Hospitality warms Zoo2Zoo cyclists during ride from Sydney to Dubbo

RIDING FOR AWARENESS: The riders in the Zoo2Zoo from Sydney to Dubbo. Photo: ZOO2ZOO
RIDING FOR AWARENESS: The riders in the Zoo2Zoo from Sydney to Dubbo. Photo: ZOO2ZOO

More than $30,000 has already been raised in the Melbourne to Dubbo Zoo2Zoo and more is on its way, says Andrew McKay.

The bike riding event started back in 2006 when 12 friends planned to cycle from Taronga Zoo in Sydney to Taronga Western Plains Zoo. The aim of riding the 420 kilometres was to raise money to see Dubbo on the charity edition of Monopoly.

Since then the group has raised money for the Dubbo Hospital and Taronga Western Plains Zoo. Since 2009 the ride has raised money for the Black Dog Institute.

Mr McKay, who is part of the support crew, said it was great for all the riders to cross the finish line on Sunday.

The ride was a combination of a core group who always took part and new riders, Mr McKay said.

“There’s some who ride because they like bike riding and others who join because they want to raise money for the Black Dog Institute,” he said.

The Zoo2Zoo ride has raised more than $1 million since it started fundraising for Black Dog Institute. Photo: ZOO2ZOO

The Zoo2Zoo ride has raised more than $1 million since it started fundraising for Black Dog Institute. Photo: ZOO2ZOO

While this ride alone has raised $30,000 for Black Dog Institute, Mr McKay said there would be another two before the end of the year: from Canberra to Mogo in September and from Sydney to Dubbo in October.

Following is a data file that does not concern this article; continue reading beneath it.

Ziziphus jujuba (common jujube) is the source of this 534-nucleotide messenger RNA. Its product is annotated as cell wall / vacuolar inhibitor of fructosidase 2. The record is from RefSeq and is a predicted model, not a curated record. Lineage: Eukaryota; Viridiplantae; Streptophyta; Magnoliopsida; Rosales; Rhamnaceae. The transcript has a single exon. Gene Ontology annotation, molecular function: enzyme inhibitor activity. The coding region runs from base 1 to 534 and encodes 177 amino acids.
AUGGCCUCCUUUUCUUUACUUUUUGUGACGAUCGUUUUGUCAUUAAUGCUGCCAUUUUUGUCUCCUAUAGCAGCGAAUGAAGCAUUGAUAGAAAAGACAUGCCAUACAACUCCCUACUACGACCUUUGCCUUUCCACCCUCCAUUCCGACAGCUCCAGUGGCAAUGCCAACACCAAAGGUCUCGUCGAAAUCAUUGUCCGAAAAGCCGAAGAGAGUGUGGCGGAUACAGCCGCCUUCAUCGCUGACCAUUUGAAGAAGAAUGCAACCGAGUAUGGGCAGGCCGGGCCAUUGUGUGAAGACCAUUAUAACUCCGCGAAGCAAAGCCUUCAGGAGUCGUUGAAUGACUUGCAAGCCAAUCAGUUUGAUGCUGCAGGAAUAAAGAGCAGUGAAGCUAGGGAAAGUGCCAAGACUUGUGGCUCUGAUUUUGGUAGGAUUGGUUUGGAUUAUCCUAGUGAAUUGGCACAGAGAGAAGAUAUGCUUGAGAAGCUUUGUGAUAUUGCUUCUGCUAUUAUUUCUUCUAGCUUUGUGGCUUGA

At the end of those rides, Mr McKay said he expected the group to have raised about $150,000.

One in five Australians between 16 and 85 years old will experience a mental illness in any year, according to the Black Dog Institute. Mental Illness is most prevalent in youth between 18 and 24 years old.

Donations to the Black Dog Institute help with the diagnosis, treatment and prevention of mental illnesses. The money is also used in the development of clinical treatments, e-mental health tools, education and awareness programs.

Mr McKay said he had been overwhelmed by the generosity and hospitality of the towns the ride had been through from Young to Yeoval.

The riders were welcomed at Government House for an afternoon tea with Sir and Lady Cosgrove. Photo: ZOO2ZOO

The riders were welcomed at Government House for an afternoon tea with Sir and Lady Cosgrove. Photo: ZOO2ZOO

The biggest highlight along the way was meeting the Governor-General Sir Peter Cosgrove and Lady Lynne Cosgrove, he said.

Other memorable moments along the way included staying at Bonnie Doon, in the house made famous in The Castle, and Dead Horse Gap, a track through the Snowy Mountains.

Mr McKay said the camaraderie was another aspect that made the ride so special.

Mr McKay said he was grateful to everyone involved in the ride, including the support crew.